The most popular of Chiang Mai's National Parks is Doi Inthanon National Park which covers an area of 482 square kilometres and houses Thailand's highest peak, Doi Inthanon, standing 2,565 metres above sea level. Temperatures at the summit in winter have been known to drop to around zero, and even in summer it remains relatively cool on the peak.
The park lies to the South of Chiang Mai: a 57 kilometre drive to Chom Thong, then a right turn and a further 30 kilometres to the park entrance. Doi Inthanon is home to more than 300 species of birds, and while animal numbers have dwindled owing to hunting, there are still to be found snakes, gibbons, deer, wild board and Red jungle fowl.
Hmong and Karen villagers harvest cool-weather fruits such as strawberries, apples and grapes, as well as many exotic flowers.
A few kilometres short of the summit of Doi Inthanon, the Royal Thai Air Force constructed two magnificent chedis dedicated to the King and Queen. The views from this area are stunning, and the gardens house many unusual plants.
There are fully furnished log cabins, or bungalows for rent at two sites in the park and at least one formal campsite. Bookings can be made up to 60 days in advance, with payment due three days after booking. The densely forested hillsides of the park provide welcoming shade for the many species of orchids and other tropical flowers and plants, including giant rhododendron bushes that grow nowhere else in the country.
Doi Suthep - Pui National Park is just 12 kilometres outside the city of Chiang Mai, and begins at the base of the mountain where visitors and pilgrims can pay their respects to the statue of Kruba Sriwichai_ "the builder monk" responsible for the restoration of many temples in Chiang Mai province and beyond. Higher up the mountain lies one of the country's most revered Buddhist temples, Wat Prathart Doi Suthep, which attracts pilgrims from throughout the country and around the world.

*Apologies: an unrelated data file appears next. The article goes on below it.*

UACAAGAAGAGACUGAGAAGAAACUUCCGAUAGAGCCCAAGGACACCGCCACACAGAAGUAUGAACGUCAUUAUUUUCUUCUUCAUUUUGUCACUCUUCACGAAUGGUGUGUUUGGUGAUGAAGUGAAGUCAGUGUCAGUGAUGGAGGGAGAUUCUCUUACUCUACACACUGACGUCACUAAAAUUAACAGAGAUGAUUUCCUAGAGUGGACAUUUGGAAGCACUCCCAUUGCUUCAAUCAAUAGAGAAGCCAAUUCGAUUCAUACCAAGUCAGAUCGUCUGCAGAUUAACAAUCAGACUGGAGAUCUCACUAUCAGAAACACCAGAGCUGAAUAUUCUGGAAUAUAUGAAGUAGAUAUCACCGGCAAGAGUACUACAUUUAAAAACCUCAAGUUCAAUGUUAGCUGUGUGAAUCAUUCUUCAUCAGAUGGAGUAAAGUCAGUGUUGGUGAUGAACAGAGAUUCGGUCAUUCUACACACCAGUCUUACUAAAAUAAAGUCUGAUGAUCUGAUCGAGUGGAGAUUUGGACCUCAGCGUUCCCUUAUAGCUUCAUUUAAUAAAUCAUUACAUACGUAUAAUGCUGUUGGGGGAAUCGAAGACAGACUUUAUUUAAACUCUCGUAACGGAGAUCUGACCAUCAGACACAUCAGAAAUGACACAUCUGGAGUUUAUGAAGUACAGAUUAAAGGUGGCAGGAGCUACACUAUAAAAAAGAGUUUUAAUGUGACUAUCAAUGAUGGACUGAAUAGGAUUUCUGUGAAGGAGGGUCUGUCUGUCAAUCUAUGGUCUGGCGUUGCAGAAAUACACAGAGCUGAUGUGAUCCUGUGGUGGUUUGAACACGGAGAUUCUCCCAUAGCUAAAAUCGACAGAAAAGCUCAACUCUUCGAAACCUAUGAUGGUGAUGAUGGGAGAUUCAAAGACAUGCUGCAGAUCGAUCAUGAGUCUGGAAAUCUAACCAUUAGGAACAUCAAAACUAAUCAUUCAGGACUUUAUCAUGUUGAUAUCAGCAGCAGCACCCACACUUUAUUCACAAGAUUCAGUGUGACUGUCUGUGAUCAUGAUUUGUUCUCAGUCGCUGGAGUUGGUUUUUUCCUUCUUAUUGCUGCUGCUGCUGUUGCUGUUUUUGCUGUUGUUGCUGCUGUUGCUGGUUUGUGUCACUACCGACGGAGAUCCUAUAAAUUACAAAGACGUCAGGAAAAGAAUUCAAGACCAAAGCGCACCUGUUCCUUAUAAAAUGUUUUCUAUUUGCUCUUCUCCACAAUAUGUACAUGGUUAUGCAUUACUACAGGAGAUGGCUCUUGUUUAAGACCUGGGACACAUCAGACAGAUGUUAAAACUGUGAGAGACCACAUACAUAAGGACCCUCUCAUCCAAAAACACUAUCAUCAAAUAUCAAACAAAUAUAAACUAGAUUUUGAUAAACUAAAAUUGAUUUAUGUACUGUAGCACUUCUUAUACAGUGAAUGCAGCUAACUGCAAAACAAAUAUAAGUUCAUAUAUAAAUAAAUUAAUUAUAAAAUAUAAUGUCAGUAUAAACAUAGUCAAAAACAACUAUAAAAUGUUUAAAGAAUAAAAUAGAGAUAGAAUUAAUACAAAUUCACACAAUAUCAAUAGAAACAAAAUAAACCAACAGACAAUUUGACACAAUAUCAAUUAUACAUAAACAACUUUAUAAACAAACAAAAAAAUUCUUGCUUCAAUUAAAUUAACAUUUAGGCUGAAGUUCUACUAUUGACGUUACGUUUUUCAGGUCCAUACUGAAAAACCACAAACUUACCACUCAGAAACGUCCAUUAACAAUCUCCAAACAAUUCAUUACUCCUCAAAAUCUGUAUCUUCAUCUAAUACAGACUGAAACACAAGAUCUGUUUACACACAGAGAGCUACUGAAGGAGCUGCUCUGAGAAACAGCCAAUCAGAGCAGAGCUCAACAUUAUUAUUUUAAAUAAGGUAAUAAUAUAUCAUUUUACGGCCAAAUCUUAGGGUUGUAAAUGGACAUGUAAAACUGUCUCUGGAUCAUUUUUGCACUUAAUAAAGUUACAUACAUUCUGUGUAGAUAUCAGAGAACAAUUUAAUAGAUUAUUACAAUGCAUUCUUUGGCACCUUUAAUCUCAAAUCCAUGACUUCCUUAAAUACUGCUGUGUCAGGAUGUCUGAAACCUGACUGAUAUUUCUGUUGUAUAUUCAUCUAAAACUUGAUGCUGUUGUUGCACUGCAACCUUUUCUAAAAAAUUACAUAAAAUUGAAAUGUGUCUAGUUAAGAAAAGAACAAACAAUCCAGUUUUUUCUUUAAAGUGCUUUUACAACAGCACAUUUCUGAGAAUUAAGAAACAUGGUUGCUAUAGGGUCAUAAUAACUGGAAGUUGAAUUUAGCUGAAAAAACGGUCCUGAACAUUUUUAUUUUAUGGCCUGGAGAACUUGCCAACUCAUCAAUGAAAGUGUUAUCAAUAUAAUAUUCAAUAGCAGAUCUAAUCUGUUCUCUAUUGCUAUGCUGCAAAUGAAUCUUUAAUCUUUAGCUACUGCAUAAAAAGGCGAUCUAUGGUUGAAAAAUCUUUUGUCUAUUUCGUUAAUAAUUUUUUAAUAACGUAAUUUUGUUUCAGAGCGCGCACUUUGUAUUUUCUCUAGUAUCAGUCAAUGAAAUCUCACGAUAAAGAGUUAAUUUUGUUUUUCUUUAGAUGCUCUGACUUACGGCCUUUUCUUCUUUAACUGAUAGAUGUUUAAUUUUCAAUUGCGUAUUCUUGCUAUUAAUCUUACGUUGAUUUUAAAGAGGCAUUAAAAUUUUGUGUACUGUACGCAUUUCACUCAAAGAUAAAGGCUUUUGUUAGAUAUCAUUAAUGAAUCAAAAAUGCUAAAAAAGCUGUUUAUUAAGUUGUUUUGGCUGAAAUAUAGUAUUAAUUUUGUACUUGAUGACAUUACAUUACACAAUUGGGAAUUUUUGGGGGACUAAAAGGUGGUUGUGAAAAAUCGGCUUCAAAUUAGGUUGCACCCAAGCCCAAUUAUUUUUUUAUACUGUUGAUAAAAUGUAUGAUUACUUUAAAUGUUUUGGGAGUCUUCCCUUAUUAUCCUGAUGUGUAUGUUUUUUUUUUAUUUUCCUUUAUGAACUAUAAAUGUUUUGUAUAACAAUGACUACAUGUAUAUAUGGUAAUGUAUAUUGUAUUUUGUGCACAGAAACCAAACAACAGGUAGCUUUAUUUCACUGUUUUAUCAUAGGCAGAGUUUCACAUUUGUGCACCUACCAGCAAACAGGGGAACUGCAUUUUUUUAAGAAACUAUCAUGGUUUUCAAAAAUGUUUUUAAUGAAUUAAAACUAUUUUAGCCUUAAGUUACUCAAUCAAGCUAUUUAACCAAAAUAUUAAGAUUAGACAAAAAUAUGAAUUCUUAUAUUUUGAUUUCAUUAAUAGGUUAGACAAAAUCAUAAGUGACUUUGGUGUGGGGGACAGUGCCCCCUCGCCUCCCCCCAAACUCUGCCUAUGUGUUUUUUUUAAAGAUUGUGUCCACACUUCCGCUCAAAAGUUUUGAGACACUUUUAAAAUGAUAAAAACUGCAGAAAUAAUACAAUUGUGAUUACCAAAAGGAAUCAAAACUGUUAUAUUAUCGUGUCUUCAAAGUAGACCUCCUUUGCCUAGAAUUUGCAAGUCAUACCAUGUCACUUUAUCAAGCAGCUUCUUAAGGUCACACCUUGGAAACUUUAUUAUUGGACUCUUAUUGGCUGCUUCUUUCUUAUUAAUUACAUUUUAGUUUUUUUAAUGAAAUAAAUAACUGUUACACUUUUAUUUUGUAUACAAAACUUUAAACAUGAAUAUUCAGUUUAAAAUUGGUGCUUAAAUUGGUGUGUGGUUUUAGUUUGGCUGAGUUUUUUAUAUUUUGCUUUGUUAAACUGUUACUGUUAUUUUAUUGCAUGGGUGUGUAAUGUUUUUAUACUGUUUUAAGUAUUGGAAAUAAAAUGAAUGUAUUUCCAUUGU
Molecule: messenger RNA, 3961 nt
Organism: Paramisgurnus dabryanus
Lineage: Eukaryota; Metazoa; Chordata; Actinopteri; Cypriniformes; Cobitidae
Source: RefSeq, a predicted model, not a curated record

Higher up the mountain one can see the Bhuping Palace, the winter residence of the royal family, which also houses a royal guesthouse for prominent state visitors from abroad. The king and queen of Denmark were the first overseas royal visitors to stay at the palace in 1962.
Doi Pui peak attracts all manner of visitors, from mountain bikers, bird watchers, botanists, butterfly enthusiasts to everyday nature trail hikers. The peak is also popular for those wishing to study the stars on clear, peaceful nights surrounded by the fresh scents of the forest.
As with all national parks in the country, Doi Suthep-Pui boasts several beautiful waterfalls, beginning with the Huay Kaew waterfall located close to the Kruba Sriwichai memorial at the foot of Doi Suthep Road.
Sri Lanna National Park is the sixth largest in the country and can be found by driving along the Chiang Ma- Prao Road. The park is host to the Mae Ngud, Mae Taeng and Chiang Dao forests, and is the source of the mighty Mae Ping River.
The large Mae Ngud reservoir provides an oasis for summer visitors who can stay at one of a number of floating houses on the water, or if visiting just for the day can enjoy a swim, fish or canoe.
Nature trails abound in this vast area, and visitors can enjoy the beautiful flora and fauna that can be found in the park the year round.
Ob Luang National Park lies about 105 kilometres from Chiang Mai and can be reached by taking the Chiang Mai-Hod Road, then the Hod- Mae Sariang Road for another 17 kilometres to the park entrance.
The park is home to many species birds and wild animals, and some of its main attractions are the Thep Panom hot springs, or geysers, where the water can reach a temperature of 99 degrees Celsius, and the Tong Cave on Doi Pa Liang mountain. Another limestone cave that is popular with geologists is the Tu Poo with many stalactites and stalagmites, and can hold up to thirty people. Nature trails and waterfalls can also be found in the park.
Huay Naam Dang National Park began with a development project initiated by His Majesty the king to solve the problems of forest encroachment and poaching, while enhancing the lives of the local hill tribe people. The park is part of the Chiang Dao mountain range and is home to many streams feeding the Pai, the Ping and the Taeng Rivers. The more adventurous visitors to the park can enjoy river rafting, Kayaking and canoeing on the rivers, while those seeking a more restful time can walk the nature trails, sit by hot springs, or simply wander through the lush forests and green valleys of this glorious parkland.
The park lies 109 kilometres to the Northwest of Chiang Mai on road 1095 on the way to Mae Hong Sorn province.
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